Wimbledon is complicated this year.
As is just about every tournament, everywhere. Each day brings a new snapshot in terms of COVID restrictions.
So it will be awhile before Wimbledon knows how many people it can welcome to the All-England Club this year, as the tournament returns after being absent in 2020.
And it also will be awhile until they can discuss that crass issue of prize money. Because those two elements are intimately connected.
No more pandemic insurance
Wimbledon had pandemic insurance a year ago. So it was able to make the decision to cancel the tournament early – around this time last year.
It received a reported 174 million pound insurance payout – which went a long way towards balancing the budget. But that is not the case in 2021. And so the AELTC must do what every other tournament in the world has had to do – scramble, and adapt.
It must model every scenario imaginable, come up with a COVID-safe plan that will satisfy the government authorities – and hope for the best.
The AELTC announced during a Zoom conference Tuesday that it’s working on an expected fan capacity of 25 per cent for the 2021 event.
This year’s edition takes place from June 28 to July 11 (with the qualifying the week before).
New people in key roles
Spare a thought for a number of new people in new, critical roles at Wimbledon this year.
Because they are getting a baptism of fire.
Chairman Ian Hewitt, chief executive Sally Bolton, operations director Michelle Dite, head of professional Tennis and tournament director Jamie Baker and referee Gerry Armstrong are all new for 2021.
Wimbledon linespeople to stay
There will be electronic challenges on all the match courts this year.
But unlike many of the other tournaments, the line umpires – and their fabulous outfits – will remain.
There will be a serve clock both at the main event and the qualifying in Roehampton.
The grass seeding formula, which was used only for the men (with the women seeds being a judgment call) has finally been put to rest.
The seeds will follow the ATP and WTA Tour rankings. And since Roger Federer will all but assuredly remain in the top 10 in the rankings, no one there is sweating it too much. 🙂
Restrictions hopefully will be eased at Wimbledon
“But we will remain flexible as we await the outcome of the government’s Event Research Programme and clarity on the likelihood of restrictions relaxing beyond 21 June,” AELTC chief executive Sally Bolton said.
“We very much hope 25 per cent is a minimum position from which we can build – it is our absolute desire to enable as many people as possible to safely attend The Championships this year.”
Bolton said they want to “create the mix” of spectators for which Wimbledon is known while “also working hard to protect the financial performance of The Championships, including the surplus that we deliver for the benefit of British tennis.”
In other words, while they could keep a limited number of fans and them charge premium prices for the privilege, they also want to remember the regular folk if at all possible.
More courts to be ticketed
There won’t be nearly as much flexibility for fans to move around the bigger field courts and see their favorite players.
In addition to the ticketing of centre Court, No. 1 Court and No. 2 Court, fans will also need a ticket for No. 3, No. 12 and most people’s favorite, No. 18.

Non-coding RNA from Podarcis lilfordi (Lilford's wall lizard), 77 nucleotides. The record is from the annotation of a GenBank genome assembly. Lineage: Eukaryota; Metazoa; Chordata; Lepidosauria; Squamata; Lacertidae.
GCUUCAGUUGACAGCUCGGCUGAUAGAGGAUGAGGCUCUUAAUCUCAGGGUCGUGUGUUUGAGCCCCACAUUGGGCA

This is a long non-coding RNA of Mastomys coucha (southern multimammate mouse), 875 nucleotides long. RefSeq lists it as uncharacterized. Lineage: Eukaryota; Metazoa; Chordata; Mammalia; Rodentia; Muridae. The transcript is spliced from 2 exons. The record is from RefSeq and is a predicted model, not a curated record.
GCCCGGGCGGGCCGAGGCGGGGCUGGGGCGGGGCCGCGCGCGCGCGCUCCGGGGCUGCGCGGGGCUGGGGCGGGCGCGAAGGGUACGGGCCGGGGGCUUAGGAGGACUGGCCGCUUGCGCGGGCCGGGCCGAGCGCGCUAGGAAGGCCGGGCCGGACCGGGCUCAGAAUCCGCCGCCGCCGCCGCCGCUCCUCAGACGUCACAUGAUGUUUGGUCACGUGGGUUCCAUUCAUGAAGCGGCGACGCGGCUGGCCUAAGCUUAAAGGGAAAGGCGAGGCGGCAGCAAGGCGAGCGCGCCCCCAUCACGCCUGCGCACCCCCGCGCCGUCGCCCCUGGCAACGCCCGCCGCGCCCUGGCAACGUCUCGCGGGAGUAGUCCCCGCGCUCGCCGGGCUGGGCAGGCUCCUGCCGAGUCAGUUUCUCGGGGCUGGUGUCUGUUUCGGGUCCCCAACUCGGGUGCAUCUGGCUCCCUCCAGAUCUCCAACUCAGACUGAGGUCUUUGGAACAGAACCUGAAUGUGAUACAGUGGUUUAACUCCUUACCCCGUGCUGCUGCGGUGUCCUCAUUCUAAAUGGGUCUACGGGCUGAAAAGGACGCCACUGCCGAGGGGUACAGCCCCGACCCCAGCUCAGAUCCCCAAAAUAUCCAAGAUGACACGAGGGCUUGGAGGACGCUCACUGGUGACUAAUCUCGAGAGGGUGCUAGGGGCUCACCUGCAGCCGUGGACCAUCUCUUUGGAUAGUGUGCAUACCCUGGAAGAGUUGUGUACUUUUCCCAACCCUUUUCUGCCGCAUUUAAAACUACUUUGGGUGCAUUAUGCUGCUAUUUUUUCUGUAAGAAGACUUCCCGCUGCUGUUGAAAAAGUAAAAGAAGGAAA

They will also be selling grounds passes.
There will be “some form” of social distancing. Which means that they likely will stagger the sold tickets to those courts.
And that also probably means they can’t let people pile up on the other field courts, as is usually the case – especially in those two hours before the two main stadiums open for play at 1 p.m.
They don’t know if the fans will require negative COVID tests – or even vaccines – to be able to attend. But they are “supportive” of the governments studies in that area.
Last year for the Middle Sunday
AELTC Chairman Ian Hewitt said that as of next year, 2022, Wimbledon will be a full 14-day tournament with no pause on the tradition (and much appreciated by the many who work there) middle Sunday.
“Thanks to improved grass court technology and maintenance over the past five years or so and other measures, we are comfortable that we are able to look after the courts, most particularly Centre Court, without a full day of rest,” he said.
But they key metric, of course, is revenue and television rights.
The AELTC statement:
“It has never been more important for sports events to be proactively taking steps to enhance their accessibility, in order to reach broader and more diverse audiences. Introducing an extra day to our schedule, on a Sunday, will enable us to do this at this important time.”
Manic Monday will no longer be as … Manic
And it’s doubtful that the permanent “Middle Sunday” will be like the crazy-fun ones improvised in years past out of necessity – 1991, 1997, 2004 and 2016.
But Hewitt said they would “create a different kind of atmosphere, with a strong focus on the local community in particular.”
Wimbledon typically gets these things just pitch-perfect. And while those on site will mourn the loss of a much-needed day away from the madness, the fans around the world watching on television and streams won’t have to go without their Wimbledon fix for 24 hours.
And, while “Manic Monday” won’t be what it was – arguably the best tennis day of the year – it will be better for the integrity of the competition in terms of fairness on rest days.